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Opora, the country’s biggest election watchdog, issued a statement condemning the attack on Pylypyshyn and others, and warning that this was no way to deal with political opponents at election time. “Physical assault which resulted in bodily injuries cannot replace justice,” the watchdog said.

It said attack on Pylypyshyn was a criminal offense because it was an attempt to prevent him to run for parliament, which is a violation of a constitutional right. Andriy Magera, the deputy head of the Central Election Commission, said that Pylypyshyn nevertheless managed to file his documents at 22:30 that night.

“The Central Election Commission now has five day to decide on his registration,” he said.

At the same time, Opora added that it has plenty of evidence that Pylypyshyn attempted to buy votes in 2013 by-election to parliament. Pylypyshyn was also accused of attempting to fix vote at his constituency in Kyiv while running for parliament in 2012. As a result of multiple violations of law in his constituency the result of his election could not be determined, and a by-election was scheduled.

Previously, he had also been incriminated abuse of his office as head of a district administration in Kyiv and illegally privatizing assets. Pylypyshyn has not returned phone calls with requests for comment for this story.

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The victim of this attack was the deputy head of the Rivne Oblast Council Alexander Danilchuk. He was elected deputy from Fatherland, but activists have accused him of collaboration with the former ruling Party of Regions .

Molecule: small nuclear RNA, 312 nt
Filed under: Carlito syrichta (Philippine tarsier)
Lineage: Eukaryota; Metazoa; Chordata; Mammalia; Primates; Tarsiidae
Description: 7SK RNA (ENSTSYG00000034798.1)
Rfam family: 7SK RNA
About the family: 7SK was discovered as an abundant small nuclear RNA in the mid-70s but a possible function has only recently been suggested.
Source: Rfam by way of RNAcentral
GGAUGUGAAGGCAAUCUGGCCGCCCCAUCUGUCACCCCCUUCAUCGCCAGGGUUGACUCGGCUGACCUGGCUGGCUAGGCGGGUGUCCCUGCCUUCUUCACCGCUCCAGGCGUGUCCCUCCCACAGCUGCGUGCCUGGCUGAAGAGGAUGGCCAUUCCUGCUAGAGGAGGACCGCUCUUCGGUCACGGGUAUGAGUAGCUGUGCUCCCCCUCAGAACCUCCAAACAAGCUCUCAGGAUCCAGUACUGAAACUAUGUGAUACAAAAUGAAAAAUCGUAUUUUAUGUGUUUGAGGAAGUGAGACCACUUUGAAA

Many analysts are worried that this type of abuse of officials by angry mobs is a manifestation of a problem basically created by the new administration in place: lack of progress in punishing those who committed crimes.

“This phenomenon undermines perception of the authorities as those who control the situation,” says Hlib Vyshlinsky, deputy director of GfK Ukraine, a market research group and pollster. “Something needs to be done to the problem that underlines this trend, the fact that nobody has been punished.”

In fact, it seems the opposite is happening. Despite many of corruption, none of close allies of former President Viktor Yanukovych has been convicted or stripped of assets in Ukraine since he ran out of the country at the end of February.

The General Prosecutor’s Office closed a number of high-profile criminal cases recently that involved high government officials and lucrative schemes. 

Most recently, Justice Minister Pavlo Petrenko complained on Sept. 26 that the general prosecutor’s office close a case against a firm that was “skimming millions of dollars” by charging for every notarized operation. The elaborate scheme was tied to the Justice Ministry in the previous years, but lost the lucrative contract since the arrival of the new government.

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The General Prosecutor’s Office also failed to react to a media report which alleged that deputy chief prosecutor illegally acquired 140 hectares of precious land, and allegations that a journalist was attacked while investigating this case.

General Prosecutor Vitaliy Yarema failed to react to public outrage to this case until President Petro Poroshenko condemned the attack on a journalist. In response to a question from the Kyiv Post at his Sept. 25 press conference, he said he would order an immediate investigation.

Kyiv Post deputy chief editor Katya Gorchinskaya can be reached at [email protected]